In an endeavor to move to a more environmentally friendly heating and cooling system, a geothermal system using state-of-the-art chillers/heaters is being constructed to support the campus demand for heating and cooling while allowing the University to achieve energy savings and accomplish a reduction in deferred maintenance backlog.
Constructed in 1945, the Power Plant for the University currently provides steam generated heat using three coal/woodchip fueled boilers to various facilities throughout campus. The newest boiler installed in 1981 is a vintage coal and woodchip fueled boiler. The two remaining boilers are older coal fired stoker units that are inefficient and have limited pollution controls.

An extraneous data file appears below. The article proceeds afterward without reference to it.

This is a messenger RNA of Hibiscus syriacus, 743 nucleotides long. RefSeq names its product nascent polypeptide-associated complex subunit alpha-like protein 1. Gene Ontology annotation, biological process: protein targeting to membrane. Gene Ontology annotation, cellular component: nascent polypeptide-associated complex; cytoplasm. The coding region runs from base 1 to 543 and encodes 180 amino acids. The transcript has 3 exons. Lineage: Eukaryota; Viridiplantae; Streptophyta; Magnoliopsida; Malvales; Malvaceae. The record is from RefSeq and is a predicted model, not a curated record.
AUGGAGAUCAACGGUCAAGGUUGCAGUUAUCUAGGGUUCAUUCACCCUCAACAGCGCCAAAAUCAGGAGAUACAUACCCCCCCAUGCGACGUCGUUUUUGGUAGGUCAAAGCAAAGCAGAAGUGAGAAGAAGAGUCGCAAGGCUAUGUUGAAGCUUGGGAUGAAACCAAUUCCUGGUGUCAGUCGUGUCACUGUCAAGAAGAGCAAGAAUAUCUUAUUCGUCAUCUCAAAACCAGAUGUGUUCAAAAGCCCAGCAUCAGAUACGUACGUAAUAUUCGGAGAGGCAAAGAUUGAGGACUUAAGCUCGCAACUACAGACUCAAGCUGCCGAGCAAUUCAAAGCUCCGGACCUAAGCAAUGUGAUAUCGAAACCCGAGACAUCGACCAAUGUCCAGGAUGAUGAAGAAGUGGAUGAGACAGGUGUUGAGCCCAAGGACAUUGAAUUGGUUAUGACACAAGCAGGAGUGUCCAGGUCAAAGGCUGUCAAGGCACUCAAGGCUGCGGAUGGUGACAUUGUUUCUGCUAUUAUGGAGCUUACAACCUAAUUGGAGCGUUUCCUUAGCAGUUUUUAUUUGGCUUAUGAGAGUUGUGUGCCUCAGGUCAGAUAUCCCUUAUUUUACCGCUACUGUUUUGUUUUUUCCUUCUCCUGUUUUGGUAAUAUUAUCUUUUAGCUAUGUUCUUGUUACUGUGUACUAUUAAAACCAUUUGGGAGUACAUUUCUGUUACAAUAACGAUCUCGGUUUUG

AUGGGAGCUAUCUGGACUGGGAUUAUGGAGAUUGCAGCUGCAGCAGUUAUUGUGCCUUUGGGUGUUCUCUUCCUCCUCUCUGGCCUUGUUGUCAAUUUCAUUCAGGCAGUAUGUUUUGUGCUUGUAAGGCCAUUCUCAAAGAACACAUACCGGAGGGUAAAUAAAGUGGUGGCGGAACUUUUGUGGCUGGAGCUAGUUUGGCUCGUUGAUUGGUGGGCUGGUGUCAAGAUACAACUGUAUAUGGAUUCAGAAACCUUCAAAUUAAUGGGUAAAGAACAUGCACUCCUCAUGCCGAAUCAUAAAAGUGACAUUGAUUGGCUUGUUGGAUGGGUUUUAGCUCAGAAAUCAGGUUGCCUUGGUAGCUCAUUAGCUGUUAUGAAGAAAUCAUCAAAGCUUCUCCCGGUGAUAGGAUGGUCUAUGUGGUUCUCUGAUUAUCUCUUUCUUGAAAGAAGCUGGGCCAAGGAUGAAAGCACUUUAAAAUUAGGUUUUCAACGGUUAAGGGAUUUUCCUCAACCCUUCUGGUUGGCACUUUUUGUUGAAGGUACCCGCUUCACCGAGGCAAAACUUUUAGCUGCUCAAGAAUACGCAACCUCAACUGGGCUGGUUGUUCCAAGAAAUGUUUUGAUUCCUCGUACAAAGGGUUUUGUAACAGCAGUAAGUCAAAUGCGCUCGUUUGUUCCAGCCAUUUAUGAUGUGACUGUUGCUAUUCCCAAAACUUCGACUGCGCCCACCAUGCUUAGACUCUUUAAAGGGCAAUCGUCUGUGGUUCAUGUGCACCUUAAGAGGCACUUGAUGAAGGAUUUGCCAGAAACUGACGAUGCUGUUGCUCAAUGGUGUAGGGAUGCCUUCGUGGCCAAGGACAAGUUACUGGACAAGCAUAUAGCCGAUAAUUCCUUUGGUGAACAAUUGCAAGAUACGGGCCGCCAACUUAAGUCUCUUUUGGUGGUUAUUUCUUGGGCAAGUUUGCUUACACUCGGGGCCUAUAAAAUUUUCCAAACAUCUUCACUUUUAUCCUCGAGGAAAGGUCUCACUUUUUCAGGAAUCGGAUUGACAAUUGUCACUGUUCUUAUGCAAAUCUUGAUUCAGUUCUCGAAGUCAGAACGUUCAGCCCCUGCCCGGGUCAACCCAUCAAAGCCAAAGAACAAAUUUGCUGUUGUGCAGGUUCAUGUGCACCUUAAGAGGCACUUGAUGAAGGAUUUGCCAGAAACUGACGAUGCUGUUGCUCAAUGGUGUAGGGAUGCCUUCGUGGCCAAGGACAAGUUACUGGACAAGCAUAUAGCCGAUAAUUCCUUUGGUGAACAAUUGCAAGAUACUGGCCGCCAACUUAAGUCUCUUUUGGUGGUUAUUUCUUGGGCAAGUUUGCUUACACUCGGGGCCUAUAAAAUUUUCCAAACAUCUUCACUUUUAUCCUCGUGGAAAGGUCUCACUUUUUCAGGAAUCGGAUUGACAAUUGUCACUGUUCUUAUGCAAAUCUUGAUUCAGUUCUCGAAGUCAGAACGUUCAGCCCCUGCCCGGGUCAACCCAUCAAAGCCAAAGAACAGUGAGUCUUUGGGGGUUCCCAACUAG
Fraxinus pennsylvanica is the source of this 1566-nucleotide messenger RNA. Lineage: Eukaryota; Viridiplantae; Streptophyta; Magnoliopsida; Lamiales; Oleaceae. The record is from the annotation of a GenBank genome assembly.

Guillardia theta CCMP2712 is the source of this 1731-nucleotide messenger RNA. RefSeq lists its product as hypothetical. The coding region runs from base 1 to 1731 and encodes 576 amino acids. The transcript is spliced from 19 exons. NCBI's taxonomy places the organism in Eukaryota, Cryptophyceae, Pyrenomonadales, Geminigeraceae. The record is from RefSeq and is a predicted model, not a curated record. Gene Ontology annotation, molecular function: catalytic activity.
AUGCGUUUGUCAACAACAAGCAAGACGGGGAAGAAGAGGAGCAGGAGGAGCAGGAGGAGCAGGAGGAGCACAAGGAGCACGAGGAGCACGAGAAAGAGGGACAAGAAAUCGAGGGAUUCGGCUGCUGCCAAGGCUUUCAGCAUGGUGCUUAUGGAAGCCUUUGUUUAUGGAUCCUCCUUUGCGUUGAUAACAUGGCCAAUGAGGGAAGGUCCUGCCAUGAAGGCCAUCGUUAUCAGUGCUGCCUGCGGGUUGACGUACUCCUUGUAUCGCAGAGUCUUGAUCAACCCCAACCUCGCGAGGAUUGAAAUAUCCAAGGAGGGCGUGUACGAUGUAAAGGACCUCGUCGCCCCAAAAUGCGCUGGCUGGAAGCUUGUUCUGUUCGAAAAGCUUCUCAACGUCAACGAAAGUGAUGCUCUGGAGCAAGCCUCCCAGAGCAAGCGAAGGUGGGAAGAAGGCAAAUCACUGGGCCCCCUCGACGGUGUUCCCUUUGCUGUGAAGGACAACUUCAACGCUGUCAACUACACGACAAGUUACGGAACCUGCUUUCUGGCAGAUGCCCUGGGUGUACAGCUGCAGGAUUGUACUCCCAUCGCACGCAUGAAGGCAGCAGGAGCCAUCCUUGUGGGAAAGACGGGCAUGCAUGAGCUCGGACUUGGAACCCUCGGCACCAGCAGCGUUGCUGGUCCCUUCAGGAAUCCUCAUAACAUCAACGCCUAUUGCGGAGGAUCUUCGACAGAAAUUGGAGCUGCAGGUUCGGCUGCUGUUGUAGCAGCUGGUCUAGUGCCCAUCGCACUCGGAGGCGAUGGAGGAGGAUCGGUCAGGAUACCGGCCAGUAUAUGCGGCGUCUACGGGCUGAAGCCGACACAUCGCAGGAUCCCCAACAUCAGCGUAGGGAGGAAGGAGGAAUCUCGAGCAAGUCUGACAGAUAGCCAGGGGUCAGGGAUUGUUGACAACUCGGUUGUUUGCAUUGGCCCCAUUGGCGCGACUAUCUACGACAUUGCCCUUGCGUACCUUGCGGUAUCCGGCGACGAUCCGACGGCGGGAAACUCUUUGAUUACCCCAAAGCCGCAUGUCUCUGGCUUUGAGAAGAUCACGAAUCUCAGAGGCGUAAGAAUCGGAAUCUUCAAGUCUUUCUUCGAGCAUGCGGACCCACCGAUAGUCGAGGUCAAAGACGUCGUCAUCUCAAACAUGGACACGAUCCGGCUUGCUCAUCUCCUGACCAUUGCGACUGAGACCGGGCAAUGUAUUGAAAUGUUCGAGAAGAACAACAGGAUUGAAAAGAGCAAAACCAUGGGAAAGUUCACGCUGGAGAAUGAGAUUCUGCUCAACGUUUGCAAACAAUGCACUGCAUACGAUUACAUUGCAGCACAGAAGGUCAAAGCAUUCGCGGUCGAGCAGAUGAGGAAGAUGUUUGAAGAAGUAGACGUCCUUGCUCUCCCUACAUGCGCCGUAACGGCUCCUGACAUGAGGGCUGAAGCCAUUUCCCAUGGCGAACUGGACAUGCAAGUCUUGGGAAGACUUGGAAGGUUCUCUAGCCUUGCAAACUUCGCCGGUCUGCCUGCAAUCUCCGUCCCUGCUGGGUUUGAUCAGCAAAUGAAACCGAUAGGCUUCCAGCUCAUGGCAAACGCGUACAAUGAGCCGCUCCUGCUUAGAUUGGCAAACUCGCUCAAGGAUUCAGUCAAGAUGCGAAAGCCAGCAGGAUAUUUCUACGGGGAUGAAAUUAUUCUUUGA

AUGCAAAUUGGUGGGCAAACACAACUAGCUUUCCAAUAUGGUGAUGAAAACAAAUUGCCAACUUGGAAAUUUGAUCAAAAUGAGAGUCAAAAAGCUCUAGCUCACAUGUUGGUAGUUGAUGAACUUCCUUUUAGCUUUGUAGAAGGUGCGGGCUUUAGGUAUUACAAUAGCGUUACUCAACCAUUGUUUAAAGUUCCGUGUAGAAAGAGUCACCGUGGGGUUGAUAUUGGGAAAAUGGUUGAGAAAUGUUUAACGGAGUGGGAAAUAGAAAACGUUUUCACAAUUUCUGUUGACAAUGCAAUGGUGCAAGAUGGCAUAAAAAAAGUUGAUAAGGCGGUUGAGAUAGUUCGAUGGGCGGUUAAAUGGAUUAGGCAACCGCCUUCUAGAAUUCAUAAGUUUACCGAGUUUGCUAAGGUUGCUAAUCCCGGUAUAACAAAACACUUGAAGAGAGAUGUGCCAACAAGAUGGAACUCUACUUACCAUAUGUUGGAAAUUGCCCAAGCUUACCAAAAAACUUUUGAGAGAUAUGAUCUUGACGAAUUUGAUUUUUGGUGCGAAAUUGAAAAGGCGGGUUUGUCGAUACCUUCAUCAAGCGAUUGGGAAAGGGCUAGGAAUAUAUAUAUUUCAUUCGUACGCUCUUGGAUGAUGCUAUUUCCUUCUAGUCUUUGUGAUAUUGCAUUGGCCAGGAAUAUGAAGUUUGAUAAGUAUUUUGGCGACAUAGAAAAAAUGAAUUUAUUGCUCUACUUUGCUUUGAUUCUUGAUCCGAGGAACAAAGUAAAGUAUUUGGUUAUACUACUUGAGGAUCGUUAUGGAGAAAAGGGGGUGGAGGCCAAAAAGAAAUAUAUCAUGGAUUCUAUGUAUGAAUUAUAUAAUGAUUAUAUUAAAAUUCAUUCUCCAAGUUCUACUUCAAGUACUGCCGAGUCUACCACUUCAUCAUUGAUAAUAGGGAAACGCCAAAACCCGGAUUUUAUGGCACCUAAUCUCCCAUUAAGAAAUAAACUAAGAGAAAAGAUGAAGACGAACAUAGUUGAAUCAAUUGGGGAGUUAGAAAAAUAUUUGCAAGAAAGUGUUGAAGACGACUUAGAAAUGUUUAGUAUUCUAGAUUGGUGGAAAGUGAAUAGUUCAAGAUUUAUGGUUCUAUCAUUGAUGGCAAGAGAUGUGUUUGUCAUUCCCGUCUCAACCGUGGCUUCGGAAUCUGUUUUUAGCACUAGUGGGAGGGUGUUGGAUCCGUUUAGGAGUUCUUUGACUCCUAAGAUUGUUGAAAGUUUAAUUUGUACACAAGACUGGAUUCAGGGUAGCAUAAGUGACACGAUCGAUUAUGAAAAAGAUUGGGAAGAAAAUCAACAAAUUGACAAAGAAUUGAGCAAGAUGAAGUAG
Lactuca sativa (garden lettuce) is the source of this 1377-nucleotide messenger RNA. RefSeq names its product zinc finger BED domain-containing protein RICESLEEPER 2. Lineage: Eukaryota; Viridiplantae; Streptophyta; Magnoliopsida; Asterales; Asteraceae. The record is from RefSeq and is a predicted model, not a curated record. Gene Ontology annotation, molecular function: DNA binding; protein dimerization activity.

In 2010, University personnel along with the consulting team of CM Engineering and McClure Engineering began a study to replace the current steam infrastructure with a ground source heating system and to determine the impact it would have on the campus infrastructure. The study assessed placement for a piping loop and well fields along with current building system condition and makeup for such a change. After completion, the study suggested that a geothermal system could replace the aging steam plant, which currently serves 65 percent of the campus square footage, as the primary heating source on campus and provide significant energy savings. The geothermal system would be a ground source heat pump system which requires a balanced heating and cooling demand for long term stable operation. Since the campus is cooling dominant, the geothermal system will be designed to meet the heating load. The existing chilled water system would be improved to provide a supplemental cooling source to complement the geothermal system. This will allow the University to achieve energy savings and accomplish a reduction in deferred maintenance costs.